Like the other three horn concertos here the York Bowen is in three movements. Bowen was a student of the Royal Academy which found more in the Russian Nationalist and French schools than the students of the RCM. Bowen’s swooning romanticism is most effective and clearly sincere. The Tchaikovskian manner may be familiar but the inspiration is genuine and most eloquent and there are high spirits such as we know from the bubbling Strauss Horn Concerto in the finale.

The Gipps is a known and very poetic work. It had been revived by the BBC in a studio performance by Frank Lloyd with the BBC Welsh Symphony Orchestra conducted by George Tzipine. The broadcast took place on 20 January 1983. Both the Moeran and RVW haunt the pastoral pages of the first movement and the central movement is blithe blown by warm sweet-breathed zephyrs. The finale is vigorous, chattery and delightfully ingratiating.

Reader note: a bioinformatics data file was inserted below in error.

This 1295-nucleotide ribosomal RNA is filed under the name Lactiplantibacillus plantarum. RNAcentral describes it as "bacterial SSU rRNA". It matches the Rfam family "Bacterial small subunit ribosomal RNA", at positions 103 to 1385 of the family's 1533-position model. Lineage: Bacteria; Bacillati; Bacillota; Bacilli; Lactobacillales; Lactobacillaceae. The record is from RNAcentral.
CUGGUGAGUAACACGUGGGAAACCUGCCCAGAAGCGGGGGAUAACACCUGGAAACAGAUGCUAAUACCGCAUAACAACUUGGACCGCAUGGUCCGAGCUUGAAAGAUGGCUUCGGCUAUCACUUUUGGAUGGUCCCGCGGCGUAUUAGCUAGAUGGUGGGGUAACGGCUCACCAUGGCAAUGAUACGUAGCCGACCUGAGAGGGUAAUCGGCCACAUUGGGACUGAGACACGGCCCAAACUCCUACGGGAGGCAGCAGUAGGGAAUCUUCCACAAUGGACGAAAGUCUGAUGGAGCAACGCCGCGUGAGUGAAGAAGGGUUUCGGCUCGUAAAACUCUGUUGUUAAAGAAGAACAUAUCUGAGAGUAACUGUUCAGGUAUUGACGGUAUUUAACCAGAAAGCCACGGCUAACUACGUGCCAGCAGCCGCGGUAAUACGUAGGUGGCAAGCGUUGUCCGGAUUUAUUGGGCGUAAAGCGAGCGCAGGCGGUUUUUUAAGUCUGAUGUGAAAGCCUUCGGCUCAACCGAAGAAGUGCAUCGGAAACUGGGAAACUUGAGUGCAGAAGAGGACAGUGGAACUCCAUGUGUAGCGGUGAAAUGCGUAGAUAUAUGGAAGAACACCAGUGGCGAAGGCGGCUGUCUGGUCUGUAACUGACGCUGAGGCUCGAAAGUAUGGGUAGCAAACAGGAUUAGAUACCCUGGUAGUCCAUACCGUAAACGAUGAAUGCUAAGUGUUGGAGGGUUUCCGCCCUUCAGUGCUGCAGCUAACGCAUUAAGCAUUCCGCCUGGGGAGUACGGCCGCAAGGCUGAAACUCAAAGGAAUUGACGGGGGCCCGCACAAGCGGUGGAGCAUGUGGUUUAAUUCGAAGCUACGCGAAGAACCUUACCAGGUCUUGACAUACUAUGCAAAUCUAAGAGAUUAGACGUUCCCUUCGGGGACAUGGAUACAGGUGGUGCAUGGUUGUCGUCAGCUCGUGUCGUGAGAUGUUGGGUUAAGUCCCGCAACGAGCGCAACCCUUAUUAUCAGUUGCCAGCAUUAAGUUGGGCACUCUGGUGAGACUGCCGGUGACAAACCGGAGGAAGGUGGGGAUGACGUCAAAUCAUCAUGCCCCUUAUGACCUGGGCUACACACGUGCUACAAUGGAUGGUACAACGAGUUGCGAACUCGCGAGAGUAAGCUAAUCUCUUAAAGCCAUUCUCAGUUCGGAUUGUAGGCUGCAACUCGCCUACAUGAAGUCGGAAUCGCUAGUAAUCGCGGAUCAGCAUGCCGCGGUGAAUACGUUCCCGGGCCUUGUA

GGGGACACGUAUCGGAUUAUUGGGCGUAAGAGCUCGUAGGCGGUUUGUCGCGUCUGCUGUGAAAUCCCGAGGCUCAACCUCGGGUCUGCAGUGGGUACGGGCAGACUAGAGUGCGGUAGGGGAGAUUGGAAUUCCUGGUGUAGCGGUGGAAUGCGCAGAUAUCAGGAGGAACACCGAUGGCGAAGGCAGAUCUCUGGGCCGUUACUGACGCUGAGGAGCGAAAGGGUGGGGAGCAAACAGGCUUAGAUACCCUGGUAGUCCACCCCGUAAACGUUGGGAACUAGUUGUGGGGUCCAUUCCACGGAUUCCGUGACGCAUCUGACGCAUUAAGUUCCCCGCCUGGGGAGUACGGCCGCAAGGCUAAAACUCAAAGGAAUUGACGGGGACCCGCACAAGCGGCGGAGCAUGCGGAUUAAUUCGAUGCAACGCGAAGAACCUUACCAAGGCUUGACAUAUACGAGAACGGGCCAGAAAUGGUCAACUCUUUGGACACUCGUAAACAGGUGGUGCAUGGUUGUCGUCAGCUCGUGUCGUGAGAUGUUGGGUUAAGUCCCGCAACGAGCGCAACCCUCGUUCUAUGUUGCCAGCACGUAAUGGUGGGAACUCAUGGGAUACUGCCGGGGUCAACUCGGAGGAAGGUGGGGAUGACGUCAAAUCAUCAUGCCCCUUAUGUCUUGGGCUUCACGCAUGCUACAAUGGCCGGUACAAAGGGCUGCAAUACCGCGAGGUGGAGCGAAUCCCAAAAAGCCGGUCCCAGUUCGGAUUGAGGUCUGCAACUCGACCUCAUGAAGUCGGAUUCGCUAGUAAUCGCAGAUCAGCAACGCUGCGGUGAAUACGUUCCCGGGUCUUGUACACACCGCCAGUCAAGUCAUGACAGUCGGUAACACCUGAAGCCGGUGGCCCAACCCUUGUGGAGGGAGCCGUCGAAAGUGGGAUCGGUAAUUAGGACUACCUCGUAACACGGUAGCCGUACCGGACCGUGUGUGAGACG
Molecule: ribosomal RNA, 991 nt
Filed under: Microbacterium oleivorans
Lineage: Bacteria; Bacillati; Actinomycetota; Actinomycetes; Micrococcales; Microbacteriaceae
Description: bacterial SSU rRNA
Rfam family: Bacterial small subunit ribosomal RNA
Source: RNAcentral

It’s also well worth looking out Gipps’ Symphony No. 2 on ClassicO. Such a pity that Lyrita did not offer John Pritchard the chance to record Gipps’ Fourth Symphony when he was active recording Rawsthorne for them with the LPO. He was one of the few conductors other than Gipps who was prepared to tackle the Gipps symphonies and he did so with the BBCSO in May 1983 for her Fourth Symphony. It is way past time that we had a complete cycle of her concertos and symphonies.